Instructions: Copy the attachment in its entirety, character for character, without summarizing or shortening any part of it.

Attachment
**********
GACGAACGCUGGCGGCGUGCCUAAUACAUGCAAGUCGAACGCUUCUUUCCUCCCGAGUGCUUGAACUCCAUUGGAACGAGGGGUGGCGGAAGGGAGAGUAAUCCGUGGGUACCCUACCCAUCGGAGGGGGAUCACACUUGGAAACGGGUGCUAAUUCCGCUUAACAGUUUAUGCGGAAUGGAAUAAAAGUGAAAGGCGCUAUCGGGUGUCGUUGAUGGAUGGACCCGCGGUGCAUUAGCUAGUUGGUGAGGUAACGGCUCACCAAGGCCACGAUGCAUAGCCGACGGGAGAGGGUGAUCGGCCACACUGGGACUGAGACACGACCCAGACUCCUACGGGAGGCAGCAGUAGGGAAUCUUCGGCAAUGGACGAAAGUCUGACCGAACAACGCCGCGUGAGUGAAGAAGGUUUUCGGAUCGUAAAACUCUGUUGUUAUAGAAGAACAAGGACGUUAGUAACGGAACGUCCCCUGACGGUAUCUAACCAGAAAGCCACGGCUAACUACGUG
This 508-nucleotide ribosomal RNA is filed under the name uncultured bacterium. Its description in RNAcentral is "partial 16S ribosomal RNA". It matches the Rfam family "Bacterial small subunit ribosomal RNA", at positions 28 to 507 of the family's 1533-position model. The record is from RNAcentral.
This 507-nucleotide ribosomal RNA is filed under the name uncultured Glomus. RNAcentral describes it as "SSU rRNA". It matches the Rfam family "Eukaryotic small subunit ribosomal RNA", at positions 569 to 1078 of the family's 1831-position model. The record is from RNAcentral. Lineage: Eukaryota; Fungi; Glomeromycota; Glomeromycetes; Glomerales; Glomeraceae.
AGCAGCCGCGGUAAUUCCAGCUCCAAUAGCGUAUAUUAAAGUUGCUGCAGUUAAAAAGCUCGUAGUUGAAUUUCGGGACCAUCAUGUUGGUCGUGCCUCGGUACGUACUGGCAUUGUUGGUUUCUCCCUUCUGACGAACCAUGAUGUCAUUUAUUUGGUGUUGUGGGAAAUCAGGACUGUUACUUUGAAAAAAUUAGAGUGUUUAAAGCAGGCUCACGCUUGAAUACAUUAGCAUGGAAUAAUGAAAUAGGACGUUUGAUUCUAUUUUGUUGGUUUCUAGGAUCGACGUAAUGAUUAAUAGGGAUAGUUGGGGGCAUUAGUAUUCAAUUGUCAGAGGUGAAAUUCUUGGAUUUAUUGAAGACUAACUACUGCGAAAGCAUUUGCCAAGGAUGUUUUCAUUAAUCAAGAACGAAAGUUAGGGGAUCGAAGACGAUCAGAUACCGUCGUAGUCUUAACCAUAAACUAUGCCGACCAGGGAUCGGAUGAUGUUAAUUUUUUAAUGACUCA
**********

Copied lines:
GACGAACGCUGGCGGCGUGCCUAAUACAUGCAAGUCGAACGCUUCUUUCCUCCCGAGUGCUUGAACUCCAUUGGAACGAGGGGUGGCGGAAGGGAGAGUAAUCCGUGGGUACCCUACCCAUCGGAGGGGGAUCACACUUGGAAACGGGUGCUAAUUCCGCUUAACAGUUUAUGCGGAAUGGAAUAAAAGUGAAAGGCGCUAUCGGGUGUCGUUGAUGGAUGGACCCGCGGUGCAUUAGCUAGUUGGUGAGGUAACGGCUCACCAAGGCCACGAUGCAUAGCCGACGGGAGAGGGUGAUCGGCCACACUGGGACUGAGACACGACCCAGACUCCUACGGGAGGCAGCAGUAGGGAAUCUUCGGCAAUGGACGAAAGUCUGACCGAACAACGCCGCGUGAGUGAAGAAGGUUUUCGGAUCGUAAAACUCUGUUGUUAUAGAAGAACAAGGACGUUAGUAACGGAACGUCCCCUGACGGUAUCUAACCAGAAAGCCACGGCUAACUACGUG
This 508-nucleotide ribosomal RNA is filed under the name uncultured bacterium. Its description in RNAcentral is "partial 16S ribosomal RNA". It matches the Rfam family "Bacterial small subunit ribosomal RNA", at positions 28 to 507 of the family's 1533-position model. The record is from RNAcentral.
This 507-nucleotide ribosomal RNA is filed under the name uncultured Glomus. RNAcentral describes it as "SSU rRNA". It matches the Rfam family "Eukaryotic small subunit ribosomal RNA", at positions 569 to 1078 of the family's 1831-position model. The record is from RNAcentral. Lineage: Eukaryota; Fungi; Glomeromycota; Glomeromycetes; Glomerales; Glomeraceae.
AGCAGCCGCGGUAAUUCCAGCUCCAAUAGCGUAUAUUAAAGUUGCUGCAGUUAAAAAGCUCGUAGUUGAAUUUCGGGACCAUCAUGUUGGUCGUGCCUCGGUACGUACUGGCAUUGUUGGUUUCUCCCUUCUGACGAACCAUGAUGUCAUUUAUUUGGUGUUGUGGGAAAUCAGGACUGUUACUUUGAAAAAAUUAGAGUGUUUAAAGCAGGCUCACGCUUGAAUACAUUAGCAUGGAAUAAUGAAAUAGGACGUUUGAUUCUAUUUUGUUGGUUUCUAGGAUCGACGUAAUGAUUAAUAGGGAUAGUUGGGGGCAUUAGUAUUCAAUUGUCAGAGGUGAAAUUCUUGGAUUUAUUGAAGACUAACUACUGCGAAAGCAUUUGCCAAGGAUGUUUUCAUUAAUCAAGAACGAAAGUUAGGGGAUCGAAGACGAUCAGAUACCGUCGUAGUCUUAACCAUAAACUAUGCCGACCAGGGAUCGGAUGAUGUUAAUUUUUUAAUGACUCA